I visited Sleaford yesterday, which is an attractive, neat, clean town set in the Lincolnshire countryside and where there is a mobile library depot. The Lincolnshire mobile library service went through a major change about two years ago. Being a large rural county they had eleven mobile libraries generically servicing villages and rural communities. Some villages had trailer libraries visiting for a day at a time. Some rural customers had books taken into their homes by mobile library staff. Many of the stops were at village primary schools. When the service was analysed in its entirety, it was realised that a generic mish mash of stock on each mobile was not given enough choice and selection to each genre of customer, If customers come in Genre! The fleet was sorted out to specifically target certain people, and certain situations.
Each mobile is now specialised, either to be a local library substitute, or for home deliveries, or visiting care homes. Most significantly for me they have three vehicles dedicated to visiting primary schools, where the children come on board and choose books, and two underfives vehicles that go to nurseries and play schemes where stories and activities are told. All the mobile staff are timetabled to work across the scheme and work on each vehicle. They are expected to work one day with elderly people and another with underfives. Drivers also have to drive all the vehicles and cover each other when necessary . There is one relief driver who is part of the team and can be called on when necessary.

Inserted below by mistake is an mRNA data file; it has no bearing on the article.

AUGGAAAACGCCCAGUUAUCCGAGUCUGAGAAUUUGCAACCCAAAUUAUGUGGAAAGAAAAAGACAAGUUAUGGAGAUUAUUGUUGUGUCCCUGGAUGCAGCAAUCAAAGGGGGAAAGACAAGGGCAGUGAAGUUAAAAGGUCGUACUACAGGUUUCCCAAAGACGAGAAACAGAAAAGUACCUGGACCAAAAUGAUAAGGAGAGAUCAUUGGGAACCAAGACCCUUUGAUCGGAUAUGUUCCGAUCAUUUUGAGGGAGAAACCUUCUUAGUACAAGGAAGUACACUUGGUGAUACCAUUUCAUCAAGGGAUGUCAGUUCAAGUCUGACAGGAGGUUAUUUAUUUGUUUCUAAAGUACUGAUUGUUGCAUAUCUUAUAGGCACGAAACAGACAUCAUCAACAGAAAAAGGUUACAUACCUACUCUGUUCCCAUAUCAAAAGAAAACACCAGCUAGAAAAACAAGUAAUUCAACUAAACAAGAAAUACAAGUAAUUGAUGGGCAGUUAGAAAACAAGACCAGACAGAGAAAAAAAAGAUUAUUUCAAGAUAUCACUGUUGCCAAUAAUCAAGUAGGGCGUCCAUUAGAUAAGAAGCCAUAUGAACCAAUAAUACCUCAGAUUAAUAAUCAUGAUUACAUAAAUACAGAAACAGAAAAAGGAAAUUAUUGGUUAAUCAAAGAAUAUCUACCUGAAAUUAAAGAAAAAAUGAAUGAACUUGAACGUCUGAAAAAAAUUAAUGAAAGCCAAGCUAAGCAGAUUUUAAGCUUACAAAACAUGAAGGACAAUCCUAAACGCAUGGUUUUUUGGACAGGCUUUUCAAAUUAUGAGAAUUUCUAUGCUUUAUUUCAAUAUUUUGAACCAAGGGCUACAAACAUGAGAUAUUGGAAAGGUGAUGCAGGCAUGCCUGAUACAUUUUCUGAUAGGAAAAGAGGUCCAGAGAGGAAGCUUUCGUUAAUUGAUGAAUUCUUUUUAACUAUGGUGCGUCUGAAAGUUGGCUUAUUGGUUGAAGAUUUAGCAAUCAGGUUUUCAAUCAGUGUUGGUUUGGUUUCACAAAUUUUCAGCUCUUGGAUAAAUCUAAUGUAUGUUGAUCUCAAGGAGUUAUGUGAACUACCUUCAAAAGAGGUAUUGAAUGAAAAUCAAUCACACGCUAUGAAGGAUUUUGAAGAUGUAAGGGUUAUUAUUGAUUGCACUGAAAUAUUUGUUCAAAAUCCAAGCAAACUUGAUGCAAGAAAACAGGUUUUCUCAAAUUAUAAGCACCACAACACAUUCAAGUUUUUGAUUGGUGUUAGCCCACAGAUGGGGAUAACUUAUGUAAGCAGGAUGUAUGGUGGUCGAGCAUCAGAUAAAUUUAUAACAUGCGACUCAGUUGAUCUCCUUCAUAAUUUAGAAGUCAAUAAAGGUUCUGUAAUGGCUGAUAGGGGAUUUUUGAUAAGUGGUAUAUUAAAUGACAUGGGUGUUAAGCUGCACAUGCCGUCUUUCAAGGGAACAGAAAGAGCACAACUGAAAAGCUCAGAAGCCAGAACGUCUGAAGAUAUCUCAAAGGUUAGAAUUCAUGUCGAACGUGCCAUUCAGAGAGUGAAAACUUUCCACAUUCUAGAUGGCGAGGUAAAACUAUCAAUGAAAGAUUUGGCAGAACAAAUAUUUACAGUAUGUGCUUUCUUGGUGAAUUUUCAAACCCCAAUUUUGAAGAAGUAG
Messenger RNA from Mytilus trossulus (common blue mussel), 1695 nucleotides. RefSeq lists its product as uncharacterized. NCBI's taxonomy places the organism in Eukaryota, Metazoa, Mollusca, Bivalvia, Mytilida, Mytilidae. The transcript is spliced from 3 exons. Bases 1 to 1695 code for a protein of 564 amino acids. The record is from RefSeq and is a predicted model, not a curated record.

When the service changed, there was a large reshuffling of stock, the children's vehicles were stocked with books existing in the service, and from begging and borrowing from other libraries. All was achieved within the fleet budget. The fleet vehicles are leased, the livery is included with the package and old vehicles get replaced. The service also appears to have strong library and council support. The changes happened when the mobile fleet manager was appointed. The home visit vehicle was so successful that the council has paid for another. What impressed me was that all of this was achieved by thinking logically, using what was available and adapting it to need. There appeared to be no large blazoning of trumpets and flag waving with fancy and expensive vehicles. It initially appears to be a good, cost effective model. Whether literacy is purveyed with the books, and if the visits have an effect on the children is yet to be found.
Friday, 14 August 2009
Monday, 10 August 2009
at Monday, August 10, 2009